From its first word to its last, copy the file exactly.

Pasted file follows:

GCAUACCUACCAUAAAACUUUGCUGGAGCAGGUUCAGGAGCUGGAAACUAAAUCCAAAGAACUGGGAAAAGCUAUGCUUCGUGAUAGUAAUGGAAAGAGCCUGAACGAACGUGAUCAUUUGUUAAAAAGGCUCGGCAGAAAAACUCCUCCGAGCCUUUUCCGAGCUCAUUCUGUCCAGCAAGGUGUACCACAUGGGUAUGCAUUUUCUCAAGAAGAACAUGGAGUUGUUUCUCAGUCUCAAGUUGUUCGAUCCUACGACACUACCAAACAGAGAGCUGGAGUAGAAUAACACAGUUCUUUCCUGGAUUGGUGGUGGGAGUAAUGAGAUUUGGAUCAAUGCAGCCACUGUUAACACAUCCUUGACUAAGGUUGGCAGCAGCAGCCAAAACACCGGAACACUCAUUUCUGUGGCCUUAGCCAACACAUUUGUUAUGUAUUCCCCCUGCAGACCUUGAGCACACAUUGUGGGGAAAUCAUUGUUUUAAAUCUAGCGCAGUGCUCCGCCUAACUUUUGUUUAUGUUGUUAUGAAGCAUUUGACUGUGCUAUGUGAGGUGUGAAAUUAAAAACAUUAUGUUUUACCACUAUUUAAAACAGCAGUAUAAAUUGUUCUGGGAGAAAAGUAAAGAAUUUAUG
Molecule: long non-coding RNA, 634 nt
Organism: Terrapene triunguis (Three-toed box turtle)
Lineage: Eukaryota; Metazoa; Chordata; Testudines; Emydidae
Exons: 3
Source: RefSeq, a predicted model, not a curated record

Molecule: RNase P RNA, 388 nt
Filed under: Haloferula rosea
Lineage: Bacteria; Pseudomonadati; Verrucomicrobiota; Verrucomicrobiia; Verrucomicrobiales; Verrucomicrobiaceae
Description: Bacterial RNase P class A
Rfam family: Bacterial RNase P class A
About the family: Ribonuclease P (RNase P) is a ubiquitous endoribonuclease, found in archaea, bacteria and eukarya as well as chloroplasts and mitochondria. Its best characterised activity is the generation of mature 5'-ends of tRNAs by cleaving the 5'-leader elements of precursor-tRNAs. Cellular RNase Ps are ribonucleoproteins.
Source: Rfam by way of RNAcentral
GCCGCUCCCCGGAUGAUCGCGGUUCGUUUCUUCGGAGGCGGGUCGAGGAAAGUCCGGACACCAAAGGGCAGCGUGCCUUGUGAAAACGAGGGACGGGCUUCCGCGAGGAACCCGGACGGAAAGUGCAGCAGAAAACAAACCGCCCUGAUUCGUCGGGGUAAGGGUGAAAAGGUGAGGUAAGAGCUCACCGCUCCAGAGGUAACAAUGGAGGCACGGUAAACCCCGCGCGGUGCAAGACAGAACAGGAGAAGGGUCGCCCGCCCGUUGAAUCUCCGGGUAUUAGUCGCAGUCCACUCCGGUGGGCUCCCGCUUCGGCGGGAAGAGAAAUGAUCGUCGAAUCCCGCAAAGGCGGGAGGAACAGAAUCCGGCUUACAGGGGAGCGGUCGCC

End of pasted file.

GCAUACCUACCAUAAAACUUUGCUGGAGCAGGUUCAGGAGCUGGAAACUAAAUCCAAAGAACUGGGAAAAGCUAUGCUUCGUGAUAGUAAUGGAAAGAGCCUGAACGAACGUGAUCAUUUGUUAAAAAGGCUCGGCAGAAAAACUCCUCCGAGCCUUUUCCGAGCUCAUUCUGUCCAGCAAGGUGUACCACAUGGGUAUGCAUUUUCUCAAGAAGAACAUGGAGUUGUUUCUCAGUCUCAAGUUGUUCGAUCCUACGACACUACCAAACAGAGAGCUGGAGUAGAAUAACACAGUUCUUUCCUGGAUUGGUGGUGGGAGUAAUGAGAUUUGGAUCAAUGCAGCCACUGUUAACACAUCCUUGACUAAGGUUGGCAGCAGCAGCCAAAACACCGGAACACUCAUUUCUGUGGCCUUAGCCAACACAUUUGUUAUGUAUUCCCCCUGCAGACCUUGAGCACACAUUGUGGGGAAAUCAUUGUUUUAAAUCUAGCGCAGUGCUCCGCCUAACUUUUGUUUAUGUUGUUAUGAAGCAUUUGACUGUGCUAUGUGAGGUGUGAAAUUAAAAACAUUAUGUUUUACCACUAUUUAAAACAGCAGUAUAAAUUGUUCUGGGAGAAAAGUAAAGAAUUUAUG
Molecule: long non-coding RNA, 634 nt
Organism: Terrapene triunguis (Three-toed box turtle)
Lineage: Eukaryota; Metazoa; Chordata; Testudines; Emydidae
Exons: 3
Source: RefSeq, a predicted model, not a curated record

Molecule: RNase P RNA, 388 nt
Filed under: Haloferula rosea
Lineage: Bacteria; Pseudomonadati; Verrucomicrobiota; Verrucomicrobiia; Verrucomicrobiales; Verrucomicrobiaceae
Description: Bacterial RNase P class A
Rfam family: Bacterial RNase P class A
About the family: Ribonuclease P (RNase P) is a ubiquitous endoribonuclease, found in archaea, bacteria and eukarya as well as chloroplasts and mitochondria. Its best characterised activity is the generation of mature 5'-ends of tRNAs by cleaving the 5'-leader elements of precursor-tRNAs. Cellular RNase Ps are ribonucleoproteins.
Source: Rfam by way of RNAcentral
GCCGCUCCCCGGAUGAUCGCGGUUCGUUUCUUCGGAGGCGGGUCGAGGAAAGUCCGGACACCAAAGGGCAGCGUGCCUUGUGAAAACGAGGGACGGGCUUCCGCGAGGAACCCGGACGGAAAGUGCAGCAGAAAACAAACCGCCCUGAUUCGUCGGGGUAAGGGUGAAAAGGUGAGGUAAGAGCUCACCGCUCCAGAGGUAACAAUGGAGGCACGGUAAACCCCGCGCGGUGCAAGACAGAACAGGAGAAGGGUCGCCCGCCCGUUGAAUCUCCGGGUAUUAGUCGCAGUCCACUCCGGUGGGCUCCCGCUUCGGCGGGAAGAGAAAUGAUCGUCGAAUCCCGCAAAGGCGGGAGGAACAGAAUCCGGCUUACAGGGGAGCGGUCGCC